Wednesday, 5 October 2011

How to Cook Gluten Free Noodles

One of the first things you think when you 'go gluten free' is all the stuff you can't eat.  And if you focus hard enough on that you can make the whole thing a nightmare.  One of the fastest ways to make yourself unhappy is to try to replace all your old eats with gluten free versions.  You are only going to be disappointed, miserable and hungry.  There really are only a few things that I had to find a decent replacement for and noodles is one of them.  I have two kids of course I need noodles in the house!!

So here is a 'how to' on rice noodles so you won't be disappointed, miserable and never hungry.

Don't try to make classically Italian dishes with the Asian style rice noodle.  The Asian style is thin and usually made with a white rice.  These need to be flash cooked and are never served swimming in a sauce like spaghetti.  Find a nice, preferably organic brown rice noodle.  I like the penne and rotini best.  I find the spaghetti or long noodle version of these rice noodles pretty lame and have an alternate substitute for that...more on that later.

You want to cook these noodles in much more water than you would cook wheat noodles.  They need to have some of their starch cooked out of them. I would say in half again the amount of water (so if you would cook the wheat version in 6 cups of water, then cook these in 9 cups) .  Cook normally, letting the salted water boil before adding the noodles.  Ignore the cooking times listed on the bag....I find they are all way longer than needed.  Boil, stirring occasionally until when bitten the noodle has a soft texture but still firm in the middle.  You want it to to undercooked enough that it makes your teeth stick together a little. At this point drain them and stop the cooking by rinsing them with cold water.  If you don't rinse them they will cool in to a lump.  You need to get the starch off.  Finish the cooking and warm them up by tossing them in the sauce you are serving them in.  Don't let them cook like this, just get them nice and hot.  Then serve.

When cooked like this you will never miss wheat pasta.  Now a year and a half gluten free I have a hard time remembering what the difference is.

Grilled vegetable pasta with tomatoes


Cath said...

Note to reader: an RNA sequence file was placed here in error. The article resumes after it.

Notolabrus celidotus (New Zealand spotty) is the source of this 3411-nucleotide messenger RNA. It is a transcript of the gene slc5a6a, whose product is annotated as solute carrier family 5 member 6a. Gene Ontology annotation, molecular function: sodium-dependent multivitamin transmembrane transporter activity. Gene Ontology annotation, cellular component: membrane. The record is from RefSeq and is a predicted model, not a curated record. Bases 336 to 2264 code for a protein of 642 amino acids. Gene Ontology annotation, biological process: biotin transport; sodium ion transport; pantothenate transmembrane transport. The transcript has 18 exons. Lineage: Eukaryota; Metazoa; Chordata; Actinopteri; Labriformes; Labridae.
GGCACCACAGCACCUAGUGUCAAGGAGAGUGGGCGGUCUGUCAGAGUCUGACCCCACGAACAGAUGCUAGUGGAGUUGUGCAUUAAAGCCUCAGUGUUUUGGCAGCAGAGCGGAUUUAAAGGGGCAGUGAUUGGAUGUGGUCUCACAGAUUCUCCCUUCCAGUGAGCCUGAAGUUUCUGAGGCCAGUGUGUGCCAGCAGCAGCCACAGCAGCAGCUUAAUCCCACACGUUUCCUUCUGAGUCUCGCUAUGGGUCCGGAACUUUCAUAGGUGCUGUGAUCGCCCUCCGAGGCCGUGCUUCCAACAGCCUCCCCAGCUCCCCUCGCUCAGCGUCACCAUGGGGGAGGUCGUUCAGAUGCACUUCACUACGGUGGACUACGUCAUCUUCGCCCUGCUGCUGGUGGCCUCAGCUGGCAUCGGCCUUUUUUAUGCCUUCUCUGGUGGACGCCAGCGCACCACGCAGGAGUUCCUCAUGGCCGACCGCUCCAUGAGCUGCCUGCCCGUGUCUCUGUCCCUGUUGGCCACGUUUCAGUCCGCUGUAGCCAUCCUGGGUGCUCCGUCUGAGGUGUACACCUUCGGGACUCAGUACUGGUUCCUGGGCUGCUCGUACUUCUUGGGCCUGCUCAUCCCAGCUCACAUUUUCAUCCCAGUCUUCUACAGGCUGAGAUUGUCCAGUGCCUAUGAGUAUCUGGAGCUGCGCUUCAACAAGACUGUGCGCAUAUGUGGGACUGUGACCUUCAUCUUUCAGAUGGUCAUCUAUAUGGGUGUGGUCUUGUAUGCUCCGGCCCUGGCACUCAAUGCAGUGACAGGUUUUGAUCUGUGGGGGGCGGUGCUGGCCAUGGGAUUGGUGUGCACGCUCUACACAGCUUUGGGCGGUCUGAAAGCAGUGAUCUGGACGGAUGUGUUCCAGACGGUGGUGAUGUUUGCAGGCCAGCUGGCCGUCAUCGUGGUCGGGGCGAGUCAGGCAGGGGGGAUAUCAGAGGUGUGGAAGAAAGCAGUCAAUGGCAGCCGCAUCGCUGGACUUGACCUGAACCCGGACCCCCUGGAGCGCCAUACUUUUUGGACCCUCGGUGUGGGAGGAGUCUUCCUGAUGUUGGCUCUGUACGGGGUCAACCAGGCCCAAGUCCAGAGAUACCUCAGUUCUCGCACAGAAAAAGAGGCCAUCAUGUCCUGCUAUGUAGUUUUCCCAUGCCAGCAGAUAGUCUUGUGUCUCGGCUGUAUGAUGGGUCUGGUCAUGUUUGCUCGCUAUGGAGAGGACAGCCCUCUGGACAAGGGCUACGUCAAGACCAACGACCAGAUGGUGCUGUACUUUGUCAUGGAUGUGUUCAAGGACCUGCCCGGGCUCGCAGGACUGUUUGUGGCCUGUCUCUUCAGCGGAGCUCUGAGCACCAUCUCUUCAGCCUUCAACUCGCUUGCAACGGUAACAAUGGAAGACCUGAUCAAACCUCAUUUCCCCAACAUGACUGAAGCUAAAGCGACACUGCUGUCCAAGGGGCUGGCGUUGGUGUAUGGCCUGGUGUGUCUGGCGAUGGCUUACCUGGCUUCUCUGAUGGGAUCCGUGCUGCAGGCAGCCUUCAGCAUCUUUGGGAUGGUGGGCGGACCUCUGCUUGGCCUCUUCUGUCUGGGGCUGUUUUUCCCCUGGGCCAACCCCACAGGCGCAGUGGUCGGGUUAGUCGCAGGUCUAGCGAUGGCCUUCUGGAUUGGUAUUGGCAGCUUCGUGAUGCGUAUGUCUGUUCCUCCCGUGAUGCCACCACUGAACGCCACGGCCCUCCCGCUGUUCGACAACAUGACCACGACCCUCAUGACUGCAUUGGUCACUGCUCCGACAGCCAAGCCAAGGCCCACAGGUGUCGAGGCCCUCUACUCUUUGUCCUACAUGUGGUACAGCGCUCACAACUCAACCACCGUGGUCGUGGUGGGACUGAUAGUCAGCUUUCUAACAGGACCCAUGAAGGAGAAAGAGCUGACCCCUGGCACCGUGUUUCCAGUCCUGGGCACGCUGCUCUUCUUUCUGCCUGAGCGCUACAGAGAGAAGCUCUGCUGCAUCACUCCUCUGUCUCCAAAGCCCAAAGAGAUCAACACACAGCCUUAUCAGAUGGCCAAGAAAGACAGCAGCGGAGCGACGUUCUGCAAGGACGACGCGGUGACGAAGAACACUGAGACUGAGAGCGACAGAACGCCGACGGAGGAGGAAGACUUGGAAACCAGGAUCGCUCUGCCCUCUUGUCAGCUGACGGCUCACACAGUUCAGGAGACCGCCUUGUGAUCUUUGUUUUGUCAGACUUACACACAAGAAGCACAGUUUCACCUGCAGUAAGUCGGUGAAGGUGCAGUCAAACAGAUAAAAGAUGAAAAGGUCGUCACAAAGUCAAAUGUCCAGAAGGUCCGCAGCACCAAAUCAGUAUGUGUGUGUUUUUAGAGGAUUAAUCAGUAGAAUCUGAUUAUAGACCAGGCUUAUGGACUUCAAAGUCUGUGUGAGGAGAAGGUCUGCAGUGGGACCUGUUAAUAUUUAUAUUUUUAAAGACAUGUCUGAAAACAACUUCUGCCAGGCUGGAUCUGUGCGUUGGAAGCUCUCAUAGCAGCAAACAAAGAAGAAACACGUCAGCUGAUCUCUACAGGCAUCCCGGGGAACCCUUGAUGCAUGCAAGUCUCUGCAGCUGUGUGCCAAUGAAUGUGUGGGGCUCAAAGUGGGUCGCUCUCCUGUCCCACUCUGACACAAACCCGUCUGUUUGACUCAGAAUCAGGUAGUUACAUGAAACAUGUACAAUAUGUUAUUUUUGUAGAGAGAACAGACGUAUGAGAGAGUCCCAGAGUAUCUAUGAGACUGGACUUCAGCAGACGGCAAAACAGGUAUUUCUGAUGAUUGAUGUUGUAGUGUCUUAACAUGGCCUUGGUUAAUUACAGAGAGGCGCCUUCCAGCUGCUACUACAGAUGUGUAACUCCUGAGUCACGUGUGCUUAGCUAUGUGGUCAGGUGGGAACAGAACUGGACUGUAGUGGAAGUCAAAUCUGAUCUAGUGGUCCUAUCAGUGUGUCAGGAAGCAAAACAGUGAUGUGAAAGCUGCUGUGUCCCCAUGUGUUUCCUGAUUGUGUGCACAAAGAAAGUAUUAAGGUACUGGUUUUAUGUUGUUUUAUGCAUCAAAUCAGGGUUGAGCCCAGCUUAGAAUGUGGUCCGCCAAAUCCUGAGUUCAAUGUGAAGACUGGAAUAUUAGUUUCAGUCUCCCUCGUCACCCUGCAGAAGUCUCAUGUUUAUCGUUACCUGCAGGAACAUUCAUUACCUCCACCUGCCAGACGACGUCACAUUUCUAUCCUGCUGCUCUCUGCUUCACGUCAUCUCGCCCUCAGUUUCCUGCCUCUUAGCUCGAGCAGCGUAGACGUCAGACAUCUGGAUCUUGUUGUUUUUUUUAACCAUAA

Great tips! What motivated you to reduce/remove gluten from your family's diet?

Emily Grace said...

Soon after the twins were born I was diagnosed with Hashimoto's disease. It is an auto-immune that attacks your thyroid. I was put on thyroid hormone replacement meds (Synthroid) but never felt any relief from the symptoms of the disease. I started seeing a Naturopath who told me that the gluten molecule and thyroid tissue look very similar to each other to your immune system. So essentially eating gluten would cause me to have an immune response and my immune system would start to attack my thyroid as well as my gut. So I have 'by proxy' Celiac disease....although the Mayo Clinic in the US is currently running a huge study on the connection between Celiac and Hashimoto's. They kinda wonder 'which came first'. I may have had un-diagnosed Celiac that eventually caused the Hashimoto's. Either way I haven't purposely eaten it in about a year and a half and the kids are on a very low-gluten diet. There are little to no health benefits to them eating gluten and my health issues are so genetic that my hope is by keeping them as gluten free as possible I will lower their chances of developing any of this. Next time they need blood work for what ever reason I will get the doctor to add in tests for both and see if either of them have anything that would warrant they go COMPLETELY gluten free. For now almost all food at home is gluten free (my husband always has a loaf of wheat based bread to pack lunches for work)but I am very casual about what they eat at birthday parties etc.

Cath said...

That is very interesting. Have you ever tried making gluten-free bread? With coconut flour or rice flour? I wonder if it's good. Something for me to try in my breadmaker one day!